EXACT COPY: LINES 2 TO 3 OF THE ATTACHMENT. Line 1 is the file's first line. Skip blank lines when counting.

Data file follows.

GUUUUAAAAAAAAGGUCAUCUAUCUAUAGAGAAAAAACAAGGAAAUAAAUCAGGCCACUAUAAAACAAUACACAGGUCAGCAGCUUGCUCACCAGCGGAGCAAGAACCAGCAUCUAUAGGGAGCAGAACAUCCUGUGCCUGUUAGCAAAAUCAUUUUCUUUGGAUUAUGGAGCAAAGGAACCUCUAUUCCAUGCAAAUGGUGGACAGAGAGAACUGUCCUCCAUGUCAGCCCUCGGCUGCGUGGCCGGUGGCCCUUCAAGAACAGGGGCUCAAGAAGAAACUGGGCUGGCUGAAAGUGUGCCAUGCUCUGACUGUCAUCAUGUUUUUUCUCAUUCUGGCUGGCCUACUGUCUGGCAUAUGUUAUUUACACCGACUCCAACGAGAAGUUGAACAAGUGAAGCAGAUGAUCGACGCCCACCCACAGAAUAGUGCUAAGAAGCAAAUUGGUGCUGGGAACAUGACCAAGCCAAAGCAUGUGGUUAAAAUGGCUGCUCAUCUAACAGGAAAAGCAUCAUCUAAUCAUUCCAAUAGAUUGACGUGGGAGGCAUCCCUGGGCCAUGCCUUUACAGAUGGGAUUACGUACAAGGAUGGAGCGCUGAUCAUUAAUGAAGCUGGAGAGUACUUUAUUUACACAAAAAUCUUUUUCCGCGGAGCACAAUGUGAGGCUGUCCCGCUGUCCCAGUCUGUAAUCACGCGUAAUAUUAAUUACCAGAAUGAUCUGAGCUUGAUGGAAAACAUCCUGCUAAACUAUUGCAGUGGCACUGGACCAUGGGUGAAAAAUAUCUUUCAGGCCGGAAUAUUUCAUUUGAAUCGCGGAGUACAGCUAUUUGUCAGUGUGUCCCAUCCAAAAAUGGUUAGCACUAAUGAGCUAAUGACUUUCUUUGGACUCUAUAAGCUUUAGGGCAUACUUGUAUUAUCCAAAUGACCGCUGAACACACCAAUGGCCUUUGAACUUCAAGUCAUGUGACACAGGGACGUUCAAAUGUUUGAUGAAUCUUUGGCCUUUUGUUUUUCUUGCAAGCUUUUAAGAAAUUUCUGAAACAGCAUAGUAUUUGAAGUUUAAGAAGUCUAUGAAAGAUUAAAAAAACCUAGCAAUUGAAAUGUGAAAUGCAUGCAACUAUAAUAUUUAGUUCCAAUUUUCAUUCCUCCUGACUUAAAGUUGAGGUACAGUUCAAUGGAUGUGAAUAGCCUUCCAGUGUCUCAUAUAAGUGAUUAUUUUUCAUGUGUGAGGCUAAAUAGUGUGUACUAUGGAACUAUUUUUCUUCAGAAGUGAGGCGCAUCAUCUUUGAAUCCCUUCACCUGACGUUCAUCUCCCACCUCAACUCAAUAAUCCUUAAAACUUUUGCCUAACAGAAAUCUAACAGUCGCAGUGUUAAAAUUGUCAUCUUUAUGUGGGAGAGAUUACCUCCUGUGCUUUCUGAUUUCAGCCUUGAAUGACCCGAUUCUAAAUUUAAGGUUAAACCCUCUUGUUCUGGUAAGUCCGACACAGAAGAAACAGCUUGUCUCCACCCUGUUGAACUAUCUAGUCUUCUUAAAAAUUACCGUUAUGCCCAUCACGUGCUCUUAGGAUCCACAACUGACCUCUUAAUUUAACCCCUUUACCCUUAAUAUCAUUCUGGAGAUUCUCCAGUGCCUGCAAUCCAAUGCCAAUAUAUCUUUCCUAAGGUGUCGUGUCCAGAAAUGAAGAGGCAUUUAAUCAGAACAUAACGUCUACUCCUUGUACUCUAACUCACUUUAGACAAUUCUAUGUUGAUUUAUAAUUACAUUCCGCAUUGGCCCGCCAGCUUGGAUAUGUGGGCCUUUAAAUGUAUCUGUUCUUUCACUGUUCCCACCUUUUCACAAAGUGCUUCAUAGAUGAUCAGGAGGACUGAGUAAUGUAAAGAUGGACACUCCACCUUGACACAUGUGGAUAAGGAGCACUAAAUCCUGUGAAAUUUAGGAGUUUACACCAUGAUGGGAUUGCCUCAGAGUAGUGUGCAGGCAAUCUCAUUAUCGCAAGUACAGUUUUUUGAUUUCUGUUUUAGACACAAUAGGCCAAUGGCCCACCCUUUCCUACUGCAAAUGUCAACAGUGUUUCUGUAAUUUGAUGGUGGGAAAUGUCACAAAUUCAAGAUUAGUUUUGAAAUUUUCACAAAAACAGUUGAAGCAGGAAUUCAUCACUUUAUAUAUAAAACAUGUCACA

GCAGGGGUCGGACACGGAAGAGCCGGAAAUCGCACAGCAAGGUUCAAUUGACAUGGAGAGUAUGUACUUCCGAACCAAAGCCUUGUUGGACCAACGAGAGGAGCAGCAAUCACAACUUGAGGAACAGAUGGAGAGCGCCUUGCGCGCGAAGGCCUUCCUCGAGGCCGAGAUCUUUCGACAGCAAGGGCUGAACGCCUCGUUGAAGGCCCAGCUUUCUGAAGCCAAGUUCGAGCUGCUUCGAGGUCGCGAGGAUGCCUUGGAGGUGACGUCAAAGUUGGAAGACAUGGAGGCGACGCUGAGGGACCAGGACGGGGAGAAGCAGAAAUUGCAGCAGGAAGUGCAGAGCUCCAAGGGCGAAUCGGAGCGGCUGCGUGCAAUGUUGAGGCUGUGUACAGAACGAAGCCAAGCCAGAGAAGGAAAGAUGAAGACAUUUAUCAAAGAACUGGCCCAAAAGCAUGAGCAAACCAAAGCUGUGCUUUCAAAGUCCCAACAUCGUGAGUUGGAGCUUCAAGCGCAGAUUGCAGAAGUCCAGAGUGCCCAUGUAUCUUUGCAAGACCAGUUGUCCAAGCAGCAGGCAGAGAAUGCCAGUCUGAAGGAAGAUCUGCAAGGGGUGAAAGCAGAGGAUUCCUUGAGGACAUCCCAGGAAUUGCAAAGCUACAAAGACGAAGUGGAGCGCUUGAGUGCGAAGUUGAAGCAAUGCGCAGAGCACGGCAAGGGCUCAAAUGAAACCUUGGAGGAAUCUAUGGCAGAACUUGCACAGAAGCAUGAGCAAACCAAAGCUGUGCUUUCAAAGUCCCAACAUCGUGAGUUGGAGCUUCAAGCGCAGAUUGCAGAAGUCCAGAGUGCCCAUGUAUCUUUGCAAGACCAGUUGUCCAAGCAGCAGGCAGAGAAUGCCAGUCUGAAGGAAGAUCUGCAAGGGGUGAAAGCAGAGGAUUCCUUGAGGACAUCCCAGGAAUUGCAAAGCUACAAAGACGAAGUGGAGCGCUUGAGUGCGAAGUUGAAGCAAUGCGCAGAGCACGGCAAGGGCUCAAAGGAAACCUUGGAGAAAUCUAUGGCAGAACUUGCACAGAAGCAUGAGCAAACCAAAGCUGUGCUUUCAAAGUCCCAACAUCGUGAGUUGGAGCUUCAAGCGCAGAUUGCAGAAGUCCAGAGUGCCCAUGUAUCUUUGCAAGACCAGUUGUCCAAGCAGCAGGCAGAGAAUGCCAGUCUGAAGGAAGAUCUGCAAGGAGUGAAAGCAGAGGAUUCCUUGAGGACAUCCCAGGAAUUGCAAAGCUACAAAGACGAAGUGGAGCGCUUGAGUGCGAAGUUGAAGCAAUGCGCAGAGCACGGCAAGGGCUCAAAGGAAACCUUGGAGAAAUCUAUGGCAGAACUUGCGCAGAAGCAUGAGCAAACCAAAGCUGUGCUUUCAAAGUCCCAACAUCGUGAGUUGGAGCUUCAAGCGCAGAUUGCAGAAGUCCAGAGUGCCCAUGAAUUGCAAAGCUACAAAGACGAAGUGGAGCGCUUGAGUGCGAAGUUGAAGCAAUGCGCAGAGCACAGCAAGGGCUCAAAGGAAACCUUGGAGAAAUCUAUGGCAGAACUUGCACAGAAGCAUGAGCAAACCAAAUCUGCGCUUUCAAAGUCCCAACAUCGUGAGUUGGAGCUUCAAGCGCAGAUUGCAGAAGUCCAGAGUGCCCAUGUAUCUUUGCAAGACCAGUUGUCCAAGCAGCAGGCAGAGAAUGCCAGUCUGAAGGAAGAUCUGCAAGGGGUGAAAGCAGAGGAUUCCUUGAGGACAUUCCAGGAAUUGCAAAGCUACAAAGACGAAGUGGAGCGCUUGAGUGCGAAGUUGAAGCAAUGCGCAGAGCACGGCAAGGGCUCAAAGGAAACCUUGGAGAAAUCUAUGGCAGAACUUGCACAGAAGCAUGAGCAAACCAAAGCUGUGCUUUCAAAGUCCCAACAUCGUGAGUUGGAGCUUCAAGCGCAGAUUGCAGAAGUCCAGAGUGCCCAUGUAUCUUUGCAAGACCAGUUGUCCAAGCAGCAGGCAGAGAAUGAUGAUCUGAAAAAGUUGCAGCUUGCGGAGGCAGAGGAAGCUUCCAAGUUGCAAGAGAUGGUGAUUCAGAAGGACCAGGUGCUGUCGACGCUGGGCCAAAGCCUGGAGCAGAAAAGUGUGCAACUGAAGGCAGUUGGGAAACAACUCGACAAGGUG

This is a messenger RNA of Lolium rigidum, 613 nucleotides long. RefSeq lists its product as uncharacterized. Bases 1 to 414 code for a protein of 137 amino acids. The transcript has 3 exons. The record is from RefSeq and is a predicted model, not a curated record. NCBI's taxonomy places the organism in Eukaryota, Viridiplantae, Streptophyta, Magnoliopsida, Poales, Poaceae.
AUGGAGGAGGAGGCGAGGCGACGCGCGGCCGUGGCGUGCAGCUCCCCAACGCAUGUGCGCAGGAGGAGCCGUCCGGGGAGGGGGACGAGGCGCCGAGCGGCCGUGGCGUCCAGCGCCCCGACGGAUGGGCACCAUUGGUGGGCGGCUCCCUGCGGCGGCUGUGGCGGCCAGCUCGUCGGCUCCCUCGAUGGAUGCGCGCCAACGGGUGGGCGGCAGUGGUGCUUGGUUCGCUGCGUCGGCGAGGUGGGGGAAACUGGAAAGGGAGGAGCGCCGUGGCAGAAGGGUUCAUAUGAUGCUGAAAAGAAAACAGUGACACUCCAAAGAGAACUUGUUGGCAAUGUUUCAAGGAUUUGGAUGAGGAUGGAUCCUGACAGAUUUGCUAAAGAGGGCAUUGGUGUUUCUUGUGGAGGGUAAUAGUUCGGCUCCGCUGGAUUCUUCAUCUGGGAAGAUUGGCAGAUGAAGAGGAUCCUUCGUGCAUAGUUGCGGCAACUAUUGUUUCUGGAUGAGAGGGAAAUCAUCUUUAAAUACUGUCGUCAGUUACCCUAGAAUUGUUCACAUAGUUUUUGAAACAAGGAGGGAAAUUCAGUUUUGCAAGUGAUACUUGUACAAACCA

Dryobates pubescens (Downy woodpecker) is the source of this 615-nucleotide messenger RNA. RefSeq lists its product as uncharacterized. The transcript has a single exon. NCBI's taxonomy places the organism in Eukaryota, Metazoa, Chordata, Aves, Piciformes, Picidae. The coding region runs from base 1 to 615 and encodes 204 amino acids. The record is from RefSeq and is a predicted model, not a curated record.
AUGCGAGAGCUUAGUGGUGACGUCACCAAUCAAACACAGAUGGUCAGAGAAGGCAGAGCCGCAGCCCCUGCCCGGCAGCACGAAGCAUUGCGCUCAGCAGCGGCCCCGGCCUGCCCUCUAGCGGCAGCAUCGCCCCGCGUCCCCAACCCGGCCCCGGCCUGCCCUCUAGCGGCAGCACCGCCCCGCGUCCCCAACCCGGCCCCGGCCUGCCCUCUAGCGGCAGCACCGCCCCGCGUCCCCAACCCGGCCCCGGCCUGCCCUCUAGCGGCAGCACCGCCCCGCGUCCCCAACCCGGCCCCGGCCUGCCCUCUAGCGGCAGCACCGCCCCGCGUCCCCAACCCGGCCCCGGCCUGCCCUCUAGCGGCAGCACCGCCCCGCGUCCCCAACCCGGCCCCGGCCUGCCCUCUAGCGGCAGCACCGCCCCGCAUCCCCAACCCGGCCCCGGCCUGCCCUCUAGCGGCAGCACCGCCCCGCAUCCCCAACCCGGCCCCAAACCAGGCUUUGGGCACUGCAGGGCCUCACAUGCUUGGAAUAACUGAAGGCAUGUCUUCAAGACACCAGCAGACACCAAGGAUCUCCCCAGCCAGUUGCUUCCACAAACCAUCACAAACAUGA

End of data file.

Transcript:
GCAGGGGUCGGACACGGAAGAGCCGGAAAUCGCACAGCAAGGUUCAAUUGACAUGGAGAGUAUGUACUUCCGAACCAAAGCCUUGUUGGACCAACGAGAGGAGCAGCAAUCACAACUUGAGGAACAGAUGGAGAGCGCCUUGCGCGCGAAGGCCUUCCUCGAGGCCGAGAUCUUUCGACAGCAAGGGCUGAACGCCUCGUUGAAGGCCCAGCUUUCUGAAGCCAAGUUCGAGCUGCUUCGAGGUCGCGAGGAUGCCUUGGAGGUGACGUCAAAGUUGGAAGACAUGGAGGCGACGCUGAGGGACCAGGACGGGGAGAAGCAGAAAUUGCAGCAGGAAGUGCAGAGCUCCAAGGGCGAAUCGGAGCGGCUGCGUGCAAUGUUGAGGCUGUGUACAGAACGAAGCCAAGCCAGAGAAGGAAAGAUGAAGACAUUUAUCAAAGAACUGGCCCAAAAGCAUGAGCAAACCAAAGCUGUGCUUUCAAAGUCCCAACAUCGUGAGUUGGAGCUUCAAGCGCAGAUUGCAGAAGUCCAGAGUGCCCAUGUAUCUUUGCAAGACCAGUUGUCCAAGCAGCAGGCAGAGAAUGCCAGUCUGAAGGAAGAUCUGCAAGGGGUGAAAGCAGAGGAUUCCUUGAGGACAUCCCAGGAAUUGCAAAGCUACAAAGACGAAGUGGAGCGCUUGAGUGCGAAGUUGAAGCAAUGCGCAGAGCACGGCAAGGGCUCAAAUGAAACCUUGGAGGAAUCUAUGGCAGAACUUGCACAGAAGCAUGAGCAAACCAAAGCUGUGCUUUCAAAGUCCCAACAUCGUGAGUUGGAGCUUCAAGCGCAGAUUGCAGAAGUCCAGAGUGCCCAUGUAUCUUUGCAAGACCAGUUGUCCAAGCAGCAGGCAGAGAAUGCCAGUCUGAAGGAAGAUCUGCAAGGGGUGAAAGCAGAGGAUUCCUUGAGGACAUCCCAGGAAUUGCAAAGCUACAAAGACGAAGUGGAGCGCUUGAGUGCGAAGUUGAAGCAAUGCGCAGAGCACGGCAAGGGCUCAAAGGAAACCUUGGAGAAAUCUAUGGCAGAACUUGCACAGAAGCAUGAGCAAACCAAAGCUGUGCUUUCAAAGUCCCAACAUCGUGAGUUGGAGCUUCAAGCGCAGAUUGCAGAAGUCCAGAGUGCCCAUGUAUCUUUGCAAGACCAGUUGUCCAAGCAGCAGGCAGAGAAUGCCAGUCUGAAGGAAGAUCUGCAAGGAGUGAAAGCAGAGGAUUCCUUGAGGACAUCCCAGGAAUUGCAAAGCUACAAAGACGAAGUGGAGCGCUUGAGUGCGAAGUUGAAGCAAUGCGCAGAGCACGGCAAGGGCUCAAAGGAAACCUUGGAGAAAUCUAUGGCAGAACUUGCGCAGAAGCAUGAGCAAACCAAAGCUGUGCUUUCAAAGUCCCAACAUCGUGAGUUGGAGCUUCAAGCGCAGAUUGCAGAAGUCCAGAGUGCCCAUGAAUUGCAAAGCUACAAAGACGAAGUGGAGCGCUUGAGUGCGAAGUUGAAGCAAUGCGCAGAGCACAGCAAGGGCUCAAAGGAAACCUUGGAGAAAUCUAUGGCAGAACUUGCACAGAAGCAUGAGCAAACCAAAUCUGCGCUUUCAAAGUCCCAACAUCGUGAGUUGGAGCUUCAAGCGCAGAUUGCAGAAGUCCAGAGUGCCCAUGUAUCUUUGCAAGACCAGUUGUCCAAGCAGCAGGCAGAGAAUGCCAGUCUGAAGGAAGAUCUGCAAGGGGUGAAAGCAGAGGAUUCCUUGAGGACAUUCCAGGAAUUGCAAAGCUACAAAGACGAAGUGGAGCGCUUGAGUGCGAAGUUGAAGCAAUGCGCAGAGCACGGCAAGGGCUCAAAGGAAACCUUGGAGAAAUCUAUGGCAGAACUUGCACAGAAGCAUGAGCAAACCAAAGCUGUGCUUUCAAAGUCCCAACAUCGUGAGUUGGAGCUUCAAGCGCAGAUUGCAGAAGUCCAGAGUGCCCAUGUAUCUUUGCAAGACCAGUUGUCCAAGCAGCAGGCAGAGAAUGAUGAUCUGAAAAAGUUGCAGCUUGCGGAGGCAGAGGAAGCUUCCAAGUUGCAAGAGAUGGUGAUUCAGAAGGACCAGGUGCUGUCGACGCUGGGCCAAAGCCUGGAGCAGAAAAGUGUGCAACUGAAGGCAGUUGGGAAACAACUCGACAAGGUG

This is a messenger RNA of Lolium rigidum, 613 nucleotides long. RefSeq lists its product as uncharacterized. Bases 1 to 414 code for a protein of 137 amino acids. The transcript has 3 exons. The record is from RefSeq and is a predicted model, not a curated record. NCBI's taxonomy places the organism in Eukaryota, Viridiplantae, Streptophyta, Magnoliopsida, Poales, Poaceae.